The past two years have seen many positive developments for schools, parents, teachers, and, most important, Minnesota’s students. Gov. Mark Dayton and the Legislature have taken necessary steps to pay back the shift in school funding, and they have invested in all-day kindergarten and made a significant investment in pre-K education.
Last session, Minnesota’s leaders allocated $46 million to fund parent-directed, pre-K scholarships tied directly to quality programs. This important first step has already had an impact — we’re hearing success stories from across Greater Minnesota. More programs are adopting the Parent Aware quality rating and opening up brand-new classrooms, knowing that for the first time parents will be able to access and choose the programming that best meets their children’s needs.
Programs, whether school-based, Head Start, or licensed family child-care centers, should seize this opportunity to engage parents, explain what quality early education means and how scholarships can be used. The Minnesota Parent Teacher Association has long understood that collaboration between providers and parents is essential for the success of all children; pre-K scholarships present an opportunity to build that relationship early.
Parent engagement occurs when there is an ongoing, reciprocal, strength-based partnership between families and their children’s early learning programs. Scholarships are designed to enhance such engagement by giving parents the opportunity to enroll their children in quality programs. Parents also receive information about child development and the importance of school preparation, building a deeper level of engagement with providers.
Waiting lists around the state
The current investment, however, meets only 9 percent of the total need. Programs around the state have waiting lists of families eligible for scholarships, with the lack of funding being the only thing standing in the way of their children’s quality early education. Expanding access to early childhood care and education through scholarships must remain a top priority for legislators.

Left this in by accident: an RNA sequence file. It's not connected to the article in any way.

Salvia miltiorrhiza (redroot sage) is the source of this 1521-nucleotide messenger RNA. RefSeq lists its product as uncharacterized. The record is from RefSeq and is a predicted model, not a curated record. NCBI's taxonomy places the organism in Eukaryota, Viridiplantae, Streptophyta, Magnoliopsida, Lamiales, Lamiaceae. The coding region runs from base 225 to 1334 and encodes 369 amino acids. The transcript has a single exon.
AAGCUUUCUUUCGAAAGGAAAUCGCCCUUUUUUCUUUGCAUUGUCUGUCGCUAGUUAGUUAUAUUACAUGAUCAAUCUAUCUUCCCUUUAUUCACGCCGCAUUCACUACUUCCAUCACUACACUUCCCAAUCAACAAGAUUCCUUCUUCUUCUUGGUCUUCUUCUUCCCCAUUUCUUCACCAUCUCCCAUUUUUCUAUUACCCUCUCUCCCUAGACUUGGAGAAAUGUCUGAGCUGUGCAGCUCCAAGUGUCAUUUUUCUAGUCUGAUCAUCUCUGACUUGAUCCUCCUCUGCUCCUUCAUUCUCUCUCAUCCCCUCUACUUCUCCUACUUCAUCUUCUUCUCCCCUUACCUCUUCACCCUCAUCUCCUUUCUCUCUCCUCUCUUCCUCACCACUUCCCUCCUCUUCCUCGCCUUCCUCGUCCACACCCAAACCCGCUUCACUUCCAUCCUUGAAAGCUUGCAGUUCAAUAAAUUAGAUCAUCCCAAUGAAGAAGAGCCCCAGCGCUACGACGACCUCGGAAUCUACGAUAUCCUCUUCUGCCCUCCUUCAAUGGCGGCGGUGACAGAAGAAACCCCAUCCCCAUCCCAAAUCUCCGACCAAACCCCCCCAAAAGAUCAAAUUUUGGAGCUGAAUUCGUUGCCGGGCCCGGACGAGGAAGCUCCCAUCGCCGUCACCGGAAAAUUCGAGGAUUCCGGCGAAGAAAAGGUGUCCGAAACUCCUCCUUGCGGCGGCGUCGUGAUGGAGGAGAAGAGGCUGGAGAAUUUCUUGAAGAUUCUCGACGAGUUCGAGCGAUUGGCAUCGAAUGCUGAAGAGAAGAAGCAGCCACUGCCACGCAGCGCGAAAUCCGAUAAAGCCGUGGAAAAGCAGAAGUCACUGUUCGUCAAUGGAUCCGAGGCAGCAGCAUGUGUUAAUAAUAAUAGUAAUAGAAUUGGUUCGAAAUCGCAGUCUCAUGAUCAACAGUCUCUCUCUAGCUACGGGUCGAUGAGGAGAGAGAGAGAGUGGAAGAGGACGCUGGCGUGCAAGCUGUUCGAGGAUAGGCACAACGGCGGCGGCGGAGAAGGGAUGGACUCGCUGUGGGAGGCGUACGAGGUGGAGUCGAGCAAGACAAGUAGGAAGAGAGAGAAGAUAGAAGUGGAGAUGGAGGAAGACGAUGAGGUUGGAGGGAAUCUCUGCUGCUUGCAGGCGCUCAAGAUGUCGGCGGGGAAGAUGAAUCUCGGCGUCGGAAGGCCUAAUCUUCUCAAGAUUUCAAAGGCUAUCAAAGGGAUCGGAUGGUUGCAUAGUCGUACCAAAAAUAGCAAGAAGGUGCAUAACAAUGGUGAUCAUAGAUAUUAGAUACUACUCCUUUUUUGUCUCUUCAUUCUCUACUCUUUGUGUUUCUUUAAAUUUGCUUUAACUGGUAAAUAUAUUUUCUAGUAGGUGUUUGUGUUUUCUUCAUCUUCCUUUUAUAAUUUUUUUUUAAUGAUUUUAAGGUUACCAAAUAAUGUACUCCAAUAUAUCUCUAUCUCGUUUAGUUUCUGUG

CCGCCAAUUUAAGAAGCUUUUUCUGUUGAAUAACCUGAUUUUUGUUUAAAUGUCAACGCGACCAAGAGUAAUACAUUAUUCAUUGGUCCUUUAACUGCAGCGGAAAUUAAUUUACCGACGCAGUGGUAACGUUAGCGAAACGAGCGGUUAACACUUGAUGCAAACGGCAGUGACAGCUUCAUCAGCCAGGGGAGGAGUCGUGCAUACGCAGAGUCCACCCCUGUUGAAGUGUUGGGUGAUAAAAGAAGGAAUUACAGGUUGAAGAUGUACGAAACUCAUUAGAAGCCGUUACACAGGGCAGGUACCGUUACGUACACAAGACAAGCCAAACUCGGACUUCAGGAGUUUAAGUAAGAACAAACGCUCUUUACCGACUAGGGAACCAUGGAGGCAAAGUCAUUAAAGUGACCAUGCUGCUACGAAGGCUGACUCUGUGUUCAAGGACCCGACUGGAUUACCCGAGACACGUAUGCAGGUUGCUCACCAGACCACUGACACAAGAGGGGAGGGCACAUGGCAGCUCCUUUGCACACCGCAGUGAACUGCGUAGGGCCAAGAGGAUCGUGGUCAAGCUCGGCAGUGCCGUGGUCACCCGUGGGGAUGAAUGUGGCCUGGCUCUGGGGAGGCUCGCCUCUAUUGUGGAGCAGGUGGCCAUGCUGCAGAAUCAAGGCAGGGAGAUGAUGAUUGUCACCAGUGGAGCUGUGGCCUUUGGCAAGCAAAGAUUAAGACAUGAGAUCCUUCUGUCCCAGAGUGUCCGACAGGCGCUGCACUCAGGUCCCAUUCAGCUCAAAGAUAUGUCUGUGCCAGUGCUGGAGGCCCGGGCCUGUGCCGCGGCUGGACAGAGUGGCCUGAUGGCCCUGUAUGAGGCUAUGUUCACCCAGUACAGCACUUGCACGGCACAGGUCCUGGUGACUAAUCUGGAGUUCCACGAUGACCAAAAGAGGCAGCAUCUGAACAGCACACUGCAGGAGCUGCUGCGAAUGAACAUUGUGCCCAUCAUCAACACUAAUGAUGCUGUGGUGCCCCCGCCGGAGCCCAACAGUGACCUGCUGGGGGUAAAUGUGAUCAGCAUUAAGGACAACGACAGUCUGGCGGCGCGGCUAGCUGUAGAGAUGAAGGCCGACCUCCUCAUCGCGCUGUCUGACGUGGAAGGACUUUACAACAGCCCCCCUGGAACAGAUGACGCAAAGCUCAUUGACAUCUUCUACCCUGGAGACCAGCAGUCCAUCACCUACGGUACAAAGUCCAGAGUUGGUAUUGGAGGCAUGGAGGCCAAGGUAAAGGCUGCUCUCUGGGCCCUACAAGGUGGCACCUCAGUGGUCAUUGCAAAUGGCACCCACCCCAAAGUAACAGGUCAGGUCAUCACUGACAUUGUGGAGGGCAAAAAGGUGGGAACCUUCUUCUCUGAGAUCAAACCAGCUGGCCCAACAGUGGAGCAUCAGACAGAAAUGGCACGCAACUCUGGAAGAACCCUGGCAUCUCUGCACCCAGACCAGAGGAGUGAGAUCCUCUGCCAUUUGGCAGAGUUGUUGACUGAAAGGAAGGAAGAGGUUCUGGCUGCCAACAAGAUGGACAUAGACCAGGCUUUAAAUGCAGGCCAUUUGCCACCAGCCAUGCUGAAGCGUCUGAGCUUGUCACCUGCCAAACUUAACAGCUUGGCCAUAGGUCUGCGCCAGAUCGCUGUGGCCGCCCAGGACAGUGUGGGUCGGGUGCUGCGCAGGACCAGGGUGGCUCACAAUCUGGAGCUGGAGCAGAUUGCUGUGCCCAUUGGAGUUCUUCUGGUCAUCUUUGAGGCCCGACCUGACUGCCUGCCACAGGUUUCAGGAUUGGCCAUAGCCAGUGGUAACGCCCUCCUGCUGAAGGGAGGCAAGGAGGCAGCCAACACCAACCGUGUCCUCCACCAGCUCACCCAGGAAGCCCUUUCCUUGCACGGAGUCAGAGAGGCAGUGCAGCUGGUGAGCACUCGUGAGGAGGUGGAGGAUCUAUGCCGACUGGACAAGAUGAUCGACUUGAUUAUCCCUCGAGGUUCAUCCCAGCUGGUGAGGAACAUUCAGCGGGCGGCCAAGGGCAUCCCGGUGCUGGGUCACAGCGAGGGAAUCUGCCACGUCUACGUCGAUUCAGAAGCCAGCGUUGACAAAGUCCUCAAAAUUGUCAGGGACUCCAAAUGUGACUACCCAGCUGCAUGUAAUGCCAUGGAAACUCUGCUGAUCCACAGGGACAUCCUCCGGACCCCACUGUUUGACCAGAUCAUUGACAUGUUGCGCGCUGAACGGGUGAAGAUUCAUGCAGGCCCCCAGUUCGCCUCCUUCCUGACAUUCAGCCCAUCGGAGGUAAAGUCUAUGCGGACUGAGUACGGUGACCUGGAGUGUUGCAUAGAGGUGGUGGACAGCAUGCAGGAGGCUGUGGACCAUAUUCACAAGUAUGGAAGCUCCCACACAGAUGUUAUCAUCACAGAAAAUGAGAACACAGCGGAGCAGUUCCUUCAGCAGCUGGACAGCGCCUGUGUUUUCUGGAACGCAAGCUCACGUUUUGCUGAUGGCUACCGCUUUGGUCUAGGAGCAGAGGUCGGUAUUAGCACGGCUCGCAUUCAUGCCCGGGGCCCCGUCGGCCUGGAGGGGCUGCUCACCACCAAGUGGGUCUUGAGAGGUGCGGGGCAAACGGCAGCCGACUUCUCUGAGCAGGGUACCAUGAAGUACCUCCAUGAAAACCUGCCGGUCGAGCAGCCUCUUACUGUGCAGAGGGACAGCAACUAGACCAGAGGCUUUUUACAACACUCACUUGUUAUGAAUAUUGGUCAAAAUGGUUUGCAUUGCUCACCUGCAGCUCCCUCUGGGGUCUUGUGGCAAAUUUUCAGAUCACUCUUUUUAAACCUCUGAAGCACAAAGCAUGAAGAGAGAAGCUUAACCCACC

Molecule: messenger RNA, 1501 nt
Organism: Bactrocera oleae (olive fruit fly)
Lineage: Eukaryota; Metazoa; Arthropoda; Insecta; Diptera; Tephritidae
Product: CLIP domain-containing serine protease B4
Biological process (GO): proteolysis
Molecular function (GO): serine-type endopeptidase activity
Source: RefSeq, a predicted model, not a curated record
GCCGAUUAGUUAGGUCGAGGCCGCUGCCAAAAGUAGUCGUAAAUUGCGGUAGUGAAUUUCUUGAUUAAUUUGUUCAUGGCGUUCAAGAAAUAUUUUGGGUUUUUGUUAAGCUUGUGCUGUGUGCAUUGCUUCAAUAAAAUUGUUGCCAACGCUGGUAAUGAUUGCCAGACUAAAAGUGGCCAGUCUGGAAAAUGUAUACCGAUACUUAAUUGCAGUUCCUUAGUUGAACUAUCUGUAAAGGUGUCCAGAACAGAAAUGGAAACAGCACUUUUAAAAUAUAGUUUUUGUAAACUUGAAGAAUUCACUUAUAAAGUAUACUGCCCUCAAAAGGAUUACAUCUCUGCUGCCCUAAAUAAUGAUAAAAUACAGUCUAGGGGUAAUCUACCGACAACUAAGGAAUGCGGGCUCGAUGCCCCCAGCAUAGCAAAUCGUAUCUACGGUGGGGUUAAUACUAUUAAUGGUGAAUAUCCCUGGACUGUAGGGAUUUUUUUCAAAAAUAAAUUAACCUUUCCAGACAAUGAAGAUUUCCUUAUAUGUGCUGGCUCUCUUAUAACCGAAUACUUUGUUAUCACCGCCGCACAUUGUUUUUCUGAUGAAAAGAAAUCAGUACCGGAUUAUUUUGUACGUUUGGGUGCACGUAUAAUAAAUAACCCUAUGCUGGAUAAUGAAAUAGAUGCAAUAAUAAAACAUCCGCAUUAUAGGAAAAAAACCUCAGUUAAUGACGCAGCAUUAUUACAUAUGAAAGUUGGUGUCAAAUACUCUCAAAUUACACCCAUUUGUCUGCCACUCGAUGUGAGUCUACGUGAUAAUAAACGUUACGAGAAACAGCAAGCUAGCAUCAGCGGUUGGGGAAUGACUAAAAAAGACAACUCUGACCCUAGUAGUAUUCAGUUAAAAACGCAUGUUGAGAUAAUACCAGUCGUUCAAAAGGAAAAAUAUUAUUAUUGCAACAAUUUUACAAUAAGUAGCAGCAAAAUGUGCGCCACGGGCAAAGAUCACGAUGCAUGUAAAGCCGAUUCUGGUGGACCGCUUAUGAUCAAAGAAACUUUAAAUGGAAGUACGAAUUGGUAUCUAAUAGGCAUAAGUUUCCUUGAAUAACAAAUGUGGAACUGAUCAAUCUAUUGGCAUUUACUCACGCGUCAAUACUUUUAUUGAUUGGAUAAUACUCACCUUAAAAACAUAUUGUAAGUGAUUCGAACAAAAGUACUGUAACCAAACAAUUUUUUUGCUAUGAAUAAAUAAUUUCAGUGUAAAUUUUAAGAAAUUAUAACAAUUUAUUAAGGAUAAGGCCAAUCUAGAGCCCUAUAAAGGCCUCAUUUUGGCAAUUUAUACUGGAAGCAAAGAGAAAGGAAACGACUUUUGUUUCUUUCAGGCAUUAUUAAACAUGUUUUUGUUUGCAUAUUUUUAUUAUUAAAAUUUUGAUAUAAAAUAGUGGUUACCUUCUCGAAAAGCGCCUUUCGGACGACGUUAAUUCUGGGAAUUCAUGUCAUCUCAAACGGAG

It is critical for the economic survival of our state that parents have access to stable, quality early learning programs for their children to ensure they are receiving the start they need to be ready for success in school and beyond.
When children are unprepared for kindergarten, they are more likely to need remedial or special education, commit crime, have lower wages and require treatment for substance abuse and preventable medical conditions. Research by the Wilder Foundation estimates that Minnesota loses several hundred million dollars each year as a result of our kindergarten readiness gap.
Many are on board
There is broad, statewide support for this solution. The Minnesota PTA is part of the MinneMinds coalition of more than 75 organizations representing pre-K through 12, including leading philanthropic organizations, local chapters of national nonprofits, businesses and organized labor, as well as parents and early learning and child-care providers standing together to support increased funding for these scholarships.
We can secure a better future for Minnesota and create a vibrant, productive workforce by making sure our most at-risk kids have access to quality early learning options in every community.
Tracie Dewberry is president of the Minnesota State PTA Executive Committee.
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